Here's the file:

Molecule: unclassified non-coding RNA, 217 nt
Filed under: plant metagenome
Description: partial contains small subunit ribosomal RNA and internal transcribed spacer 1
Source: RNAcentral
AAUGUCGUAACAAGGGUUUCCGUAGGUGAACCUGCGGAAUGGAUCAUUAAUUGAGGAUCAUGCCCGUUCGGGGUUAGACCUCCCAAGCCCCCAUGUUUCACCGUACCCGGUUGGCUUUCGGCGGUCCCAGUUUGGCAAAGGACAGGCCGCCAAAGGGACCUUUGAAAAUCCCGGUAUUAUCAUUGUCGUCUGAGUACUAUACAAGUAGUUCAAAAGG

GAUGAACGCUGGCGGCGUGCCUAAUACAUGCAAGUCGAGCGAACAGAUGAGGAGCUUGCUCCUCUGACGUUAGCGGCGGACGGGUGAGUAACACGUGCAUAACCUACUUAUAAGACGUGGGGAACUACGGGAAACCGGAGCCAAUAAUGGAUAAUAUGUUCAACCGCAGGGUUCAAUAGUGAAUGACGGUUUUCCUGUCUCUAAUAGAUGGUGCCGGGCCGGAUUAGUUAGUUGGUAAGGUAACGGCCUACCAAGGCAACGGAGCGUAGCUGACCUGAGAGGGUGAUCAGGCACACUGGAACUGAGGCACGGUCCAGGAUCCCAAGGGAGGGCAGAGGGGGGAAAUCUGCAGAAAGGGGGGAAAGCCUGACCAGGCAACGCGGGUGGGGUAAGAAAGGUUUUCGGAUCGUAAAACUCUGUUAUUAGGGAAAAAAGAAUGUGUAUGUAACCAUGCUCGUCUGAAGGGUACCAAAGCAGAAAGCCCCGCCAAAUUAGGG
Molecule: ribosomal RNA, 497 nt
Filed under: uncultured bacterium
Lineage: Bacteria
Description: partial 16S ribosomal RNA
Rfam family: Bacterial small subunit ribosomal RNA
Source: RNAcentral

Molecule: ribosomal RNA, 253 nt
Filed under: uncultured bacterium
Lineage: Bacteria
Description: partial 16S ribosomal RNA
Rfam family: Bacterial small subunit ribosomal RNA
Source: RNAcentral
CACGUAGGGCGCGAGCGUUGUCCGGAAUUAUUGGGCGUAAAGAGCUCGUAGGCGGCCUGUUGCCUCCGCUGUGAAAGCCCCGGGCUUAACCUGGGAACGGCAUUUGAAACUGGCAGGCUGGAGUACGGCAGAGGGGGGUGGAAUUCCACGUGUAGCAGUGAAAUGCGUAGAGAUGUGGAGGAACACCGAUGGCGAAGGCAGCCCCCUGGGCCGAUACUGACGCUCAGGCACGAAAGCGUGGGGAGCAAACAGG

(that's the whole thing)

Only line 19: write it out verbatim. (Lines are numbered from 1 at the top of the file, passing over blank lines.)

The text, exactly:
CACGUAGGGCGCGAGCGUUGUCCGGAAUUAUUGGGCGUAAAGAGCUCGUAGGCGGCCUGUUGCCUCCGCUGUGAAAGCCCCGGGCUUAACCUGGGAACGGCAUUUGAAACUGGCAGGCUGGAGUACGGCAGAGGGGGGUGGAAUUCCACGUGUAGCAGUGAAAUGCGUAGAGAUGUGGAGGAACACCGAUGGCGAAGGCAGCCCCCUGGGCCGAUACUGACGCUCAGGCACGAAAGCGUGGGGAGCAAACAGG